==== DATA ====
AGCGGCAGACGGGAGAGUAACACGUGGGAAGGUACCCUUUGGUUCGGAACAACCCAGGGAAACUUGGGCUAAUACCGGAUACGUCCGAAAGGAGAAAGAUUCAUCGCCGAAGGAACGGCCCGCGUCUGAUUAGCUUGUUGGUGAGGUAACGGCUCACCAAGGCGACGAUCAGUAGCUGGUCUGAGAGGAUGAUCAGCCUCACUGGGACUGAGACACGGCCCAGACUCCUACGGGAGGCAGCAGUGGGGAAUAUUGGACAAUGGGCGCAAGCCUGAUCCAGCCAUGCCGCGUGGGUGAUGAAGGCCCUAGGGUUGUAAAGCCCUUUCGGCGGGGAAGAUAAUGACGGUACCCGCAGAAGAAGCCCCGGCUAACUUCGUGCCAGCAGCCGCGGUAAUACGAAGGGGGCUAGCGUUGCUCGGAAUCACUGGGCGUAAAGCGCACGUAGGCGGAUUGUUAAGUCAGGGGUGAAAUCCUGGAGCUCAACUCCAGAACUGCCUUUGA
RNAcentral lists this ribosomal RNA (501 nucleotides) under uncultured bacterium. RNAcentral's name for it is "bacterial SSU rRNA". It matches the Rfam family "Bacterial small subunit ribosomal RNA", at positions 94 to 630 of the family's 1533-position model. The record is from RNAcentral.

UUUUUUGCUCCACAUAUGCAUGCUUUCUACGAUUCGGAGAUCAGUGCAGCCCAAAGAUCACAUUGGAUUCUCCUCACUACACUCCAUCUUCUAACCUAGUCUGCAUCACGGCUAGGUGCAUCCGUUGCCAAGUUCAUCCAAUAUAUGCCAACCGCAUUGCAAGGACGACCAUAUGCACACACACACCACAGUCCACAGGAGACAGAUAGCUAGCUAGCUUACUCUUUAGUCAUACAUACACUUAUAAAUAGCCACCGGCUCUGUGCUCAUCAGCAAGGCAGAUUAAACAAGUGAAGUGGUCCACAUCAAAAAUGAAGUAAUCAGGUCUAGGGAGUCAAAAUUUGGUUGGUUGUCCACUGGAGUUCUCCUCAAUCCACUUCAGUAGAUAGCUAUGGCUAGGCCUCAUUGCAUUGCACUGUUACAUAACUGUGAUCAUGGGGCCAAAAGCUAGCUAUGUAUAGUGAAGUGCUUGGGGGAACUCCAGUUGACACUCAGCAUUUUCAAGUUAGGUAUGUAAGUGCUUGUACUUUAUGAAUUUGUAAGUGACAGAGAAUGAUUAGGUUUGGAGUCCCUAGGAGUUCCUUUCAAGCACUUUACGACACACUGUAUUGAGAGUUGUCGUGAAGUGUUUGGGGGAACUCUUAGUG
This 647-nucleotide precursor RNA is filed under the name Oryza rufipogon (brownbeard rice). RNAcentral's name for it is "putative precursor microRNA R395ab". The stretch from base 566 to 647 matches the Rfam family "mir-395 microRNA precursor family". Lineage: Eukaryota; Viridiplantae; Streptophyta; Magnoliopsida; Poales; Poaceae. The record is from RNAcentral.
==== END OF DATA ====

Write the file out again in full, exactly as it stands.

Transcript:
AGCGGCAGACGGGAGAGUAACACGUGGGAAGGUACCCUUUGGUUCGGAACAACCCAGGGAAACUUGGGCUAAUACCGGAUACGUCCGAAAGGAGAAAGAUUCAUCGCCGAAGGAACGGCCCGCGUCUGAUUAGCUUGUUGGUGAGGUAACGGCUCACCAAGGCGACGAUCAGUAGCUGGUCUGAGAGGAUGAUCAGCCUCACUGGGACUGAGACACGGCCCAGACUCCUACGGGAGGCAGCAGUGGGGAAUAUUGGACAAUGGGCGCAAGCCUGAUCCAGCCAUGCCGCGUGGGUGAUGAAGGCCCUAGGGUUGUAAAGCCCUUUCGGCGGGGAAGAUAAUGACGGUACCCGCAGAAGAAGCCCCGGCUAACUUCGUGCCAGCAGCCGCGGUAAUACGAAGGGGGCUAGCGUUGCUCGGAAUCACUGGGCGUAAAGCGCACGUAGGCGGAUUGUUAAGUCAGGGGUGAAAUCCUGGAGCUCAACUCCAGAACUGCCUUUGA
RNAcentral lists this ribosomal RNA (501 nucleotides) under uncultured bacterium. RNAcentral's name for it is "bacterial SSU rRNA". It matches the Rfam family "Bacterial small subunit ribosomal RNA", at positions 94 to 630 of the family's 1533-position model. The record is from RNAcentral.

UUUUUUGCUCCACAUAUGCAUGCUUUCUACGAUUCGGAGAUCAGUGCAGCCCAAAGAUCACAUUGGAUUCUCCUCACUACACUCCAUCUUCUAACCUAGUCUGCAUCACGGCUAGGUGCAUCCGUUGCCAAGUUCAUCCAAUAUAUGCCAACCGCAUUGCAAGGACGACCAUAUGCACACACACACCACAGUCCACAGGAGACAGAUAGCUAGCUAGCUUACUCUUUAGUCAUACAUACACUUAUAAAUAGCCACCGGCUCUGUGCUCAUCAGCAAGGCAGAUUAAACAAGUGAAGUGGUCCACAUCAAAAAUGAAGUAAUCAGGUCUAGGGAGUCAAAAUUUGGUUGGUUGUCCACUGGAGUUCUCCUCAAUCCACUUCAGUAGAUAGCUAUGGCUAGGCCUCAUUGCAUUGCACUGUUACAUAACUGUGAUCAUGGGGCCAAAAGCUAGCUAUGUAUAGUGAAGUGCUUGGGGGAACUCCAGUUGACACUCAGCAUUUUCAAGUUAGGUAUGUAAGUGCUUGUACUUUAUGAAUUUGUAAGUGACAGAGAAUGAUUAGGUUUGGAGUCCCUAGGAGUUCCUUUCAAGCACUUUACGACACACUGUAUUGAGAGUUGUCGUGAAGUGUUUGGGGGAACUCUUAGUG
This 647-nucleotide precursor RNA is filed under the name Oryza rufipogon (brownbeard rice). RNAcentral's name for it is "putative precursor microRNA R395ab". The stretch from base 566 to 647 matches the Rfam family "mir-395 microRNA precursor family". Lineage: Eukaryota; Viridiplantae; Streptophyta; Magnoliopsida; Poales; Poaceae. The record is from RNAcentral.